For the past two weeks I have been running a workshop I am developing called “Blogging for People Who Should”.
The long-winded title begs the question “So who SHOULD blog?” This course is designed for anyone with an important story to tell: activists trying to change the world, filmmakers and authors with stirring stories to share, independent consultants whose work makes positive contributions to social change, anyone doing inspiring works that they want the world to know about.
Running for four consecutive weeks at the Centre for Social Innovation, the workshop introduces people who have important stories to tell to the concepts of social media by learning the original social media: blogging. We cover four main topics over the four sessions: creating a blogging plan, listening to conversations already happening on the web, writing effective blog posts and finally, promotion and evaluation of your blog.
I have planned to teach a course like this for quite some time, mainly because I think it’s important for the right people to have these basic skills. I meet smart people who are excellent communicators and have important things to share. These campaigners, writers, filmmakers, freelancers, and lawyers often don’t quite ‘get’ the basics of saying what they have to say online and making sure the right people hear it. I don’t think any of this is rocket science, but I think it helps to have someone shake up your thinking and show you how to make blog life easier.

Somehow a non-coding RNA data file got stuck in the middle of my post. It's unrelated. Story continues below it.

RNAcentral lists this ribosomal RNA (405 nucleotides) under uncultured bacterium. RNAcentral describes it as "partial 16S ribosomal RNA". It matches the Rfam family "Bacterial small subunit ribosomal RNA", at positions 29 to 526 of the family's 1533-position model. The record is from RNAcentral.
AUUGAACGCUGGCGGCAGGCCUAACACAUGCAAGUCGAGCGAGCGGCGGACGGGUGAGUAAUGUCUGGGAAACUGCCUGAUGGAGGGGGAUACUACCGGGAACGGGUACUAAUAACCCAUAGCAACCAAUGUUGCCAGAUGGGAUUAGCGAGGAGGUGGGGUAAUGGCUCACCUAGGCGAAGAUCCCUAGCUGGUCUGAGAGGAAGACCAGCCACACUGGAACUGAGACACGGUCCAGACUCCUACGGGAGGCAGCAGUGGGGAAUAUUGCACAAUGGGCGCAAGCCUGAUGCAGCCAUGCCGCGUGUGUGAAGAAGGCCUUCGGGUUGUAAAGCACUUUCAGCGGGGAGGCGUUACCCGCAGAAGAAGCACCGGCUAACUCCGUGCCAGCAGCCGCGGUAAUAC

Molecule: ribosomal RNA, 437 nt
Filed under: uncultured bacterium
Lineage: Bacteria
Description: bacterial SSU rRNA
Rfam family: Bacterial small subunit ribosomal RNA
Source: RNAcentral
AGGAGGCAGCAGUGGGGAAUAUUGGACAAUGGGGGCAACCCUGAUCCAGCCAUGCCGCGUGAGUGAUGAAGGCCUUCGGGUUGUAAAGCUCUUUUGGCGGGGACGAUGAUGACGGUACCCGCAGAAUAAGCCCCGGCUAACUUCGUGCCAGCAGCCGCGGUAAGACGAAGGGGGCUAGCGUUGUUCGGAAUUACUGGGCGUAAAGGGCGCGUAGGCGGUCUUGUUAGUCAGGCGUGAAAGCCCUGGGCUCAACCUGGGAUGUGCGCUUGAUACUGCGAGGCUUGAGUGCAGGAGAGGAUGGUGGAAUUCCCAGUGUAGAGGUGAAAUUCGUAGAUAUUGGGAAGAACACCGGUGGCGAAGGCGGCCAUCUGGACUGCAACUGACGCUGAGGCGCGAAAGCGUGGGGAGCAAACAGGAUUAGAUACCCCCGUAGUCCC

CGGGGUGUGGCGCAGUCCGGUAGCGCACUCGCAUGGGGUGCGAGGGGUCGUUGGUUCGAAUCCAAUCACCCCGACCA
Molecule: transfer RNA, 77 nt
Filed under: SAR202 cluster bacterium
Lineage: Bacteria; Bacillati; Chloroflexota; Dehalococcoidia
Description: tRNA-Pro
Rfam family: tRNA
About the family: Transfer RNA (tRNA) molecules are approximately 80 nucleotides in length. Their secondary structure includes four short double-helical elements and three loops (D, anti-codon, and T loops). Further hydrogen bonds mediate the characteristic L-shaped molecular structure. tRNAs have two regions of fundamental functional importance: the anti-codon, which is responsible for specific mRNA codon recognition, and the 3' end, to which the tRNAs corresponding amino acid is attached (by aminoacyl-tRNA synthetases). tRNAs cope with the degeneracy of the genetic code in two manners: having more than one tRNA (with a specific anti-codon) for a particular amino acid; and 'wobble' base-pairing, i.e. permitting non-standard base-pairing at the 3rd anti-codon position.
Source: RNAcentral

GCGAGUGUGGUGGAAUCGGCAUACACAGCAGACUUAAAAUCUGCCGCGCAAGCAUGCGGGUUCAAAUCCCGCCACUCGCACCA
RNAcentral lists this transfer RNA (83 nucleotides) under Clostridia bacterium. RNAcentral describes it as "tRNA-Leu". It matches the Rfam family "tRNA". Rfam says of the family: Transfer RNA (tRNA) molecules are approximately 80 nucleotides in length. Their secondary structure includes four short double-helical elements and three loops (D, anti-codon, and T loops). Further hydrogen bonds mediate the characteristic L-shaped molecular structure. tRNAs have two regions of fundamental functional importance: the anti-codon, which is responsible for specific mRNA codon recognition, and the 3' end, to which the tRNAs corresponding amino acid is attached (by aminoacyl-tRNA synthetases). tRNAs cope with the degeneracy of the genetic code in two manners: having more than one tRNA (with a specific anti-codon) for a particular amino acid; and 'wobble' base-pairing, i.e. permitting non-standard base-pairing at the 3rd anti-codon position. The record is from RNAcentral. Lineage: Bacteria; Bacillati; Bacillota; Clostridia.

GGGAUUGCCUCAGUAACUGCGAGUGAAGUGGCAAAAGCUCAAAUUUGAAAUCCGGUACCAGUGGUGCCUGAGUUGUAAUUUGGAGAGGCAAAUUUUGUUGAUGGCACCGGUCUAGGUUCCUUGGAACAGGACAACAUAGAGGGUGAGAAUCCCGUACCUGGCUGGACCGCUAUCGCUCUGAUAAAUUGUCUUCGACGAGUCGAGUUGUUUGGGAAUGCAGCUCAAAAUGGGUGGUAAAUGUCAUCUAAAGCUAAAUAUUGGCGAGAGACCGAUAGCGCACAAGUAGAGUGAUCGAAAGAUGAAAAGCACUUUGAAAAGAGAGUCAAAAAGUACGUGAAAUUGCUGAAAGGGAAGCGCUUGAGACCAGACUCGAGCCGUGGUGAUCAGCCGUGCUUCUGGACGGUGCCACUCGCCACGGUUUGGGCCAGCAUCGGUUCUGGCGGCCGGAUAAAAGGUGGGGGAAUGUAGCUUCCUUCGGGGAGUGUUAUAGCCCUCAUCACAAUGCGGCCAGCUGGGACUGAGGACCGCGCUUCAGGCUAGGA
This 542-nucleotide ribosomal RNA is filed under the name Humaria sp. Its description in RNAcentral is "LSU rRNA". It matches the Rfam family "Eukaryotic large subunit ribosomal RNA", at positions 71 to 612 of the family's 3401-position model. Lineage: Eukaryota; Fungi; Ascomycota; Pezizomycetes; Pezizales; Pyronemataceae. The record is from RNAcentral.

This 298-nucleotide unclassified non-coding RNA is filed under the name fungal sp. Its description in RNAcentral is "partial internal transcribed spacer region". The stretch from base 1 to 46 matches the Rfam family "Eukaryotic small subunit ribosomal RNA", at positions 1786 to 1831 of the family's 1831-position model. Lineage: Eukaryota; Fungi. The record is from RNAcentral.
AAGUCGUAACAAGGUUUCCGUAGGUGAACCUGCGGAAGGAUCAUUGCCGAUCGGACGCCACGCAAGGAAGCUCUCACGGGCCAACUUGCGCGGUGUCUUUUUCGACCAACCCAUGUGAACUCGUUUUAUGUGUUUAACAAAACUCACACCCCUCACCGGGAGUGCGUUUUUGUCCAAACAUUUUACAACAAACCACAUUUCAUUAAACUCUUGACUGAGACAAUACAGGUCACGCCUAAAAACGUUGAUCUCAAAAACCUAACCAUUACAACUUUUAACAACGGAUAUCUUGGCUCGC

“What qualifies you to teach this course?” you might ask. I certainly don’t want to fall into the trap of the know-it-all Social Media D-Bag who has lots to say but nothing to share.
I began writing blogs for Greenpeace International when blogging was still a relatively New Thing – 2003 to be exact. I have helped both coworkers, other activists and friends take their message online over the years since then, and wanted to make the basic skills more accessible (and less time-consuming for me to teach!)
I learn as much as the teacher as the participants in the class do. There is a lot of information to cover, and making it as interesting and as easy to absorb as possible has been the main source of learning for me. By focusing on a few main themes – the internet as conversation, blogs vs. websites, the importance of links and a few others – I hope to make the information more sticky.
I find that most people are a bit overwhelmed by the amount of work involved in running an active blog: listening, responding, creating new content and tracking results seems like a huge amount of work for already-busy people. I have explained to them that there are many types of blogs that meet different goals and require different time commitments. This blog, for instance, gets updated twice a month at most, and meets my (modest) goals of a presenting my work to potential collaborators and clients.
I have really enjoyed the classes so far, and already have a February session planned. The course will keep evolving as I find new and better ways to present the material, and I am looking forward to that process. Some people have contacted me and asked to take the course online, as they aren’t based in Toronto. This wasn’t in my original plan, but I hope to explore that in the near future.